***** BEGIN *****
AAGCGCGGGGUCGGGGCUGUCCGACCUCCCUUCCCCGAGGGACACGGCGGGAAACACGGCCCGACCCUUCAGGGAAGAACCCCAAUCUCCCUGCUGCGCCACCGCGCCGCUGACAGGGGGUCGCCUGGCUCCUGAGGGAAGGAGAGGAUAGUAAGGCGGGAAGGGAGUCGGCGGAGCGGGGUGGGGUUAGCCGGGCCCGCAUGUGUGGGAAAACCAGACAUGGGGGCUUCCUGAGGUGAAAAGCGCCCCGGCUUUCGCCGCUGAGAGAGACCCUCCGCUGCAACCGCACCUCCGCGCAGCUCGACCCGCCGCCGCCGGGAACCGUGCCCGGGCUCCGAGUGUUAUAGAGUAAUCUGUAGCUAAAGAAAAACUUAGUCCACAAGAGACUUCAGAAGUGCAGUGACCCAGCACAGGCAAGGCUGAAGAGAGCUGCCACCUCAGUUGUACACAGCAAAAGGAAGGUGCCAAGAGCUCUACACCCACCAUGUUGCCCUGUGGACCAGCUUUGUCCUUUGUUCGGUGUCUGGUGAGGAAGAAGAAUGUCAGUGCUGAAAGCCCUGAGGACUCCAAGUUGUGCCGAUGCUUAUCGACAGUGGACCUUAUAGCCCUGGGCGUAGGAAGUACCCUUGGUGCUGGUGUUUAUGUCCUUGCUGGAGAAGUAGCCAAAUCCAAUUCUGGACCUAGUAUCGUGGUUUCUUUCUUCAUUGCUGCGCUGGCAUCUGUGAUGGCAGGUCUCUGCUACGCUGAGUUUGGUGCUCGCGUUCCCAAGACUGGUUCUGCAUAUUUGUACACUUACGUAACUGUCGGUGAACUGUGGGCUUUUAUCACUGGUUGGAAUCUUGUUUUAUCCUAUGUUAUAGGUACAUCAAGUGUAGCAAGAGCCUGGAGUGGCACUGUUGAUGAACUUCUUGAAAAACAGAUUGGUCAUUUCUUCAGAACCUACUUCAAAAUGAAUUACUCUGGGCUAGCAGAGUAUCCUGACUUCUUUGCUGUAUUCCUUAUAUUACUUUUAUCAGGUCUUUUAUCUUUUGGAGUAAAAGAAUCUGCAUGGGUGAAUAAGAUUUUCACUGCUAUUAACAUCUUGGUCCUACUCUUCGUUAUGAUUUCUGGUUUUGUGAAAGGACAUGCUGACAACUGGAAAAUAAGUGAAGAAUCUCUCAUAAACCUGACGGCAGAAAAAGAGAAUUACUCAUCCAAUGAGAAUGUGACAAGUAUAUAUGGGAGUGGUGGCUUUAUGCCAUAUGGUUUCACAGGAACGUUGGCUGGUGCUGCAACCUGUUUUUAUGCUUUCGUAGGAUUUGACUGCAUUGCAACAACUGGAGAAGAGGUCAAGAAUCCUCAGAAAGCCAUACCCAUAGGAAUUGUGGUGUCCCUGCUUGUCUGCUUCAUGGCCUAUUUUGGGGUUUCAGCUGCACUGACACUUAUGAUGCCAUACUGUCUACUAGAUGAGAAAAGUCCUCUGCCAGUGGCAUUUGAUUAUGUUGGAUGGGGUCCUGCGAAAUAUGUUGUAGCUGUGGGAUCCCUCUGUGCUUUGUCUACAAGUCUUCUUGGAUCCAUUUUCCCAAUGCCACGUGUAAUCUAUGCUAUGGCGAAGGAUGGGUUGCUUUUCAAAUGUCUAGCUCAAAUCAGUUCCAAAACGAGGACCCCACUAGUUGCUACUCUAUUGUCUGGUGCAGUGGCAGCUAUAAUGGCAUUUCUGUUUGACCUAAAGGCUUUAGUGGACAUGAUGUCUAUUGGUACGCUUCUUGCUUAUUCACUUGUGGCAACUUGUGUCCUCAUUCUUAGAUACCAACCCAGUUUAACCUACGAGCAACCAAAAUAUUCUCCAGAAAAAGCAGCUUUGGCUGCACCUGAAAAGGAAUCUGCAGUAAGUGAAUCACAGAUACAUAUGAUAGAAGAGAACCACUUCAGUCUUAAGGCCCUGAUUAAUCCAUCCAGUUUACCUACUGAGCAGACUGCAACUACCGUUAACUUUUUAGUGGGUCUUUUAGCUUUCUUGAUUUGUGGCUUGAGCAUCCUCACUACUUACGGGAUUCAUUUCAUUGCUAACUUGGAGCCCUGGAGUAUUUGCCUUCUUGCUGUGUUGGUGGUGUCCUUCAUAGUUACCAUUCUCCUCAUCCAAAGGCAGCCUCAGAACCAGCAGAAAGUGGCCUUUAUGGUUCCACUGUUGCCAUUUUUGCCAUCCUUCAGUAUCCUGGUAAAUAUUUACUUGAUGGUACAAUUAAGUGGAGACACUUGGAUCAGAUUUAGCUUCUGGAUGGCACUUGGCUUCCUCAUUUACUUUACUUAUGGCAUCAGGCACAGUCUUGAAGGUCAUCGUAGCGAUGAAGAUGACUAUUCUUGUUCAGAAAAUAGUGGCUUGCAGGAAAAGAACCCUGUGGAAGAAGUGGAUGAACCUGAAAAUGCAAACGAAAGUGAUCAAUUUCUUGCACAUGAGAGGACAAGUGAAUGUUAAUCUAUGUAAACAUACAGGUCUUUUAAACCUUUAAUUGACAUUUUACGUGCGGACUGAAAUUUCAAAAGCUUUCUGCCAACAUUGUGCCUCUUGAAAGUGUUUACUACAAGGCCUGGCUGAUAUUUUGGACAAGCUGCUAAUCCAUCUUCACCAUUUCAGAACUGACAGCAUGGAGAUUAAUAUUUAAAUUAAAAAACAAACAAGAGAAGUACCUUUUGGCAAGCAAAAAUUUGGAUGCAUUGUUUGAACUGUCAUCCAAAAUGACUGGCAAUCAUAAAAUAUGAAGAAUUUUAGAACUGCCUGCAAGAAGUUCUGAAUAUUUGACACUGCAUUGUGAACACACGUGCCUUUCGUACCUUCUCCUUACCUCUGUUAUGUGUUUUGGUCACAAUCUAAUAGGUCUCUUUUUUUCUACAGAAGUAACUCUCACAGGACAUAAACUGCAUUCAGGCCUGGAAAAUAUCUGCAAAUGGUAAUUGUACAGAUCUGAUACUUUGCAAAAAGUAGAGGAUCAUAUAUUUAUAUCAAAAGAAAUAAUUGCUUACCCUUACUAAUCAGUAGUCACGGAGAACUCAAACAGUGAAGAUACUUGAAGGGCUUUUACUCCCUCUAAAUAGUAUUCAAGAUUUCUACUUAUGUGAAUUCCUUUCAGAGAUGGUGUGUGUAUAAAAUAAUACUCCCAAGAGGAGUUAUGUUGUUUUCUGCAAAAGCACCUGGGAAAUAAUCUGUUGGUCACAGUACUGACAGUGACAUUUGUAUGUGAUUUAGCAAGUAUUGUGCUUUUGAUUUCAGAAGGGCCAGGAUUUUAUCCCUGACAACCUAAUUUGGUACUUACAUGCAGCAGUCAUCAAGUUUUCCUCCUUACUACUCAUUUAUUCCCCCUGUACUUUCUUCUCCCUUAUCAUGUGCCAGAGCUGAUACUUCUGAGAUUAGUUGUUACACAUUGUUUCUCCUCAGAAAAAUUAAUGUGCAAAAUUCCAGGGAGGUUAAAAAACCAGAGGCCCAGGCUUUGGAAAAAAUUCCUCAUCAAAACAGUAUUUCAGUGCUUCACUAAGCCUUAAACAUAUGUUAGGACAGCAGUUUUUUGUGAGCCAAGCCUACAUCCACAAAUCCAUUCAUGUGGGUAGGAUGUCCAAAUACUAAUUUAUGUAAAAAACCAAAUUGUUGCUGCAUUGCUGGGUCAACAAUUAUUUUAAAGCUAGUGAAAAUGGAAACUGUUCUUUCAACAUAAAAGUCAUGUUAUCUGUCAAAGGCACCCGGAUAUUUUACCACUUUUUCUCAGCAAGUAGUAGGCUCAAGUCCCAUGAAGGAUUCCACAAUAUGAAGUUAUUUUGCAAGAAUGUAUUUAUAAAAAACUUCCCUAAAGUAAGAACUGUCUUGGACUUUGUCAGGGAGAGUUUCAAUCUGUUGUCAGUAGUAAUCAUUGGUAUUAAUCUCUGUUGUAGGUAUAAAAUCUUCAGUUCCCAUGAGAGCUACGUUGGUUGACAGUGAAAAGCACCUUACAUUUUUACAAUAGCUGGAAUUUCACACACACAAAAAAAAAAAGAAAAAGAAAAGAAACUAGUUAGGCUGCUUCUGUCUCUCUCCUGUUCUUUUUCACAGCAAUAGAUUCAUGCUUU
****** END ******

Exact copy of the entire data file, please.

AAGCGCGGGGUCGGGGCUGUCCGACCUCCCUUCCCCGAGGGACACGGCGGGAAACACGGCCCGACCCUUCAGGGAAGAACCCCAAUCUCCCUGCUGCGCCACCGCGCCGCUGACAGGGGGUCGCCUGGCUCCUGAGGGAAGGAGAGGAUAGUAAGGCGGGAAGGGAGUCGGCGGAGCGGGGUGGGGUUAGCCGGGCCCGCAUGUGUGGGAAAACCAGACAUGGGGGCUUCCUGAGGUGAAAAGCGCCCCGGCUUUCGCCGCUGAGAGAGACCCUCCGCUGCAACCGCACCUCCGCGCAGCUCGACCCGCCGCCGCCGGGAACCGUGCCCGGGCUCCGAGUGUUAUAGAGUAAUCUGUAGCUAAAGAAAAACUUAGUCCACAAGAGACUUCAGAAGUGCAGUGACCCAGCACAGGCAAGGCUGAAGAGAGCUGCCACCUCAGUUGUACACAGCAAAAGGAAGGUGCCAAGAGCUCUACACCCACCAUGUUGCCCUGUGGACCAGCUUUGUCCUUUGUUCGGUGUCUGGUGAGGAAGAAGAAUGUCAGUGCUGAAAGCCCUGAGGACUCCAAGUUGUGCCGAUGCUUAUCGACAGUGGACCUUAUAGCCCUGGGCGUAGGAAGUACCCUUGGUGCUGGUGUUUAUGUCCUUGCUGGAGAAGUAGCCAAAUCCAAUUCUGGACCUAGUAUCGUGGUUUCUUUCUUCAUUGCUGCGCUGGCAUCUGUGAUGGCAGGUCUCUGCUACGCUGAGUUUGGUGCUCGCGUUCCCAAGACUGGUUCUGCAUAUUUGUACACUUACGUAACUGUCGGUGAACUGUGGGCUUUUAUCACUGGUUGGAAUCUUGUUUUAUCCUAUGUUAUAGGUACAUCAAGUGUAGCAAGAGCCUGGAGUGGCACUGUUGAUGAACUUCUUGAAAAACAGAUUGGUCAUUUCUUCAGAACCUACUUCAAAAUGAAUUACUCUGGGCUAGCAGAGUAUCCUGACUUCUUUGCUGUAUUCCUUAUAUUACUUUUAUCAGGUCUUUUAUCUUUUGGAGUAAAAGAAUCUGCAUGGGUGAAUAAGAUUUUCACUGCUAUUAACAUCUUGGUCCUACUCUUCGUUAUGAUUUCUGGUUUUGUGAAAGGACAUGCUGACAACUGGAAAAUAAGUGAAGAAUCUCUCAUAAACCUGACGGCAGAAAAAGAGAAUUACUCAUCCAAUGAGAAUGUGACAAGUAUAUAUGGGAGUGGUGGCUUUAUGCCAUAUGGUUUCACAGGAACGUUGGCUGGUGCUGCAACCUGUUUUUAUGCUUUCGUAGGAUUUGACUGCAUUGCAACAACUGGAGAAGAGGUCAAGAAUCCUCAGAAAGCCAUACCCAUAGGAAUUGUGGUGUCCCUGCUUGUCUGCUUCAUGGCCUAUUUUGGGGUUUCAGCUGCACUGACACUUAUGAUGCCAUACUGUCUACUAGAUGAGAAAAGUCCUCUGCCAGUGGCAUUUGAUUAUGUUGGAUGGGGUCCUGCGAAAUAUGUUGUAGCUGUGGGAUCCCUCUGUGCUUUGUCUACAAGUCUUCUUGGAUCCAUUUUCCCAAUGCCACGUGUAAUCUAUGCUAUGGCGAAGGAUGGGUUGCUUUUCAAAUGUCUAGCUCAAAUCAGUUCCAAAACGAGGACCCCACUAGUUGCUACUCUAUUGUCUGGUGCAGUGGCAGCUAUAAUGGCAUUUCUGUUUGACCUAAAGGCUUUAGUGGACAUGAUGUCUAUUGGUACGCUUCUUGCUUAUUCACUUGUGGCAACUUGUGUCCUCAUUCUUAGAUACCAACCCAGUUUAACCUACGAGCAACCAAAAUAUUCUCCAGAAAAAGCAGCUUUGGCUGCACCUGAAAAGGAAUCUGCAGUAAGUGAAUCACAGAUACAUAUGAUAGAAGAGAACCACUUCAGUCUUAAGGCCCUGAUUAAUCCAUCCAGUUUACCUACUGAGCAGACUGCAACUACCGUUAACUUUUUAGUGGGUCUUUUAGCUUUCUUGAUUUGUGGCUUGAGCAUCCUCACUACUUACGGGAUUCAUUUCAUUGCUAACUUGGAGCCCUGGAGUAUUUGCCUUCUUGCUGUGUUGGUGGUGUCCUUCAUAGUUACCAUUCUCCUCAUCCAAAGGCAGCCUCAGAACCAGCAGAAAGUGGCCUUUAUGGUUCCACUGUUGCCAUUUUUGCCAUCCUUCAGUAUCCUGGUAAAUAUUUACUUGAUGGUACAAUUAAGUGGAGACACUUGGAUCAGAUUUAGCUUCUGGAUGGCACUUGGCUUCCUCAUUUACUUUACUUAUGGCAUCAGGCACAGUCUUGAAGGUCAUCGUAGCGAUGAAGAUGACUAUUCUUGUUCAGAAAAUAGUGGCUUGCAGGAAAAGAACCCUGUGGAAGAAGUGGAUGAACCUGAAAAUGCAAACGAAAGUGAUCAAUUUCUUGCACAUGAGAGGACAAGUGAAUGUUAAUCUAUGUAAACAUACAGGUCUUUUAAACCUUUAAUUGACAUUUUACGUGCGGACUGAAAUUUCAAAAGCUUUCUGCCAACAUUGUGCCUCUUGAAAGUGUUUACUACAAGGCCUGGCUGAUAUUUUGGACAAGCUGCUAAUCCAUCUUCACCAUUUCAGAACUGACAGCAUGGAGAUUAAUAUUUAAAUUAAAAAACAAACAAGAGAAGUACCUUUUGGCAAGCAAAAAUUUGGAUGCAUUGUUUGAACUGUCAUCCAAAAUGACUGGCAAUCAUAAAAUAUGAAGAAUUUUAGAACUGCCUGCAAGAAGUUCUGAAUAUUUGACACUGCAUUGUGAACACACGUGCCUUUCGUACCUUCUCCUUACCUCUGUUAUGUGUUUUGGUCACAAUCUAAUAGGUCUCUUUUUUUCUACAGAAGUAACUCUCACAGGACAUAAACUGCAUUCAGGCCUGGAAAAUAUCUGCAAAUGGUAAUUGUACAGAUCUGAUACUUUGCAAAAAGUAGAGGAUCAUAUAUUUAUAUCAAAAGAAAUAAUUGCUUACCCUUACUAAUCAGUAGUCACGGAGAACUCAAACAGUGAAGAUACUUGAAGGGCUUUUACUCCCUCUAAAUAGUAUUCAAGAUUUCUACUUAUGUGAAUUCCUUUCAGAGAUGGUGUGUGUAUAAAAUAAUACUCCCAAGAGGAGUUAUGUUGUUUUCUGCAAAAGCACCUGGGAAAUAAUCUGUUGGUCACAGUACUGACAGUGACAUUUGUAUGUGAUUUAGCAAGUAUUGUGCUUUUGAUUUCAGAAGGGCCAGGAUUUUAUCCCUGACAACCUAAUUUGGUACUUACAUGCAGCAGUCAUCAAGUUUUCCUCCUUACUACUCAUUUAUUCCCCCUGUACUUUCUUCUCCCUUAUCAUGUGCCAGAGCUGAUACUUCUGAGAUUAGUUGUUACACAUUGUUUCUCCUCAGAAAAAUUAAUGUGCAAAAUUCCAGGGAGGUUAAAAAACCAGAGGCCCAGGCUUUGGAAAAAAUUCCUCAUCAAAACAGUAUUUCAGUGCUUCACUAAGCCUUAAACAUAUGUUAGGACAGCAGUUUUUUGUGAGCCAAGCCUACAUCCACAAAUCCAUUCAUGUGGGUAGGAUGUCCAAAUACUAAUUUAUGUAAAAAACCAAAUUGUUGCUGCAUUGCUGGGUCAACAAUUAUUUUAAAGCUAGUGAAAAUGGAAACUGUUCUUUCAACAUAAAAGUCAUGUUAUCUGUCAAAGGCACCCGGAUAUUUUACCACUUUUUCUCAGCAAGUAGUAGGCUCAAGUCCCAUGAAGGAUUCCACAAUAUGAAGUUAUUUUGCAAGAAUGUAUUUAUAAAAAACUUCCCUAAAGUAAGAACUGUCUUGGACUUUGUCAGGGAGAGUUUCAAUCUGUUGUCAGUAGUAAUCAUUGGUAUUAAUCUCUGUUGUAGGUAUAAAAUCUUCAGUUCCCAUGAGAGCUACGUUGGUUGACAGUGAAAAGCACCUUACAUUUUUACAAUAGCUGGAAUUUCACACACACAAAAAAAAAAAGAAAAAGAAAAGAAACUAGUUAGGCUGCUUCUGUCUCUCUCCUGUUCUUUUUCACAGCAAUAGAUUCAUGCUUU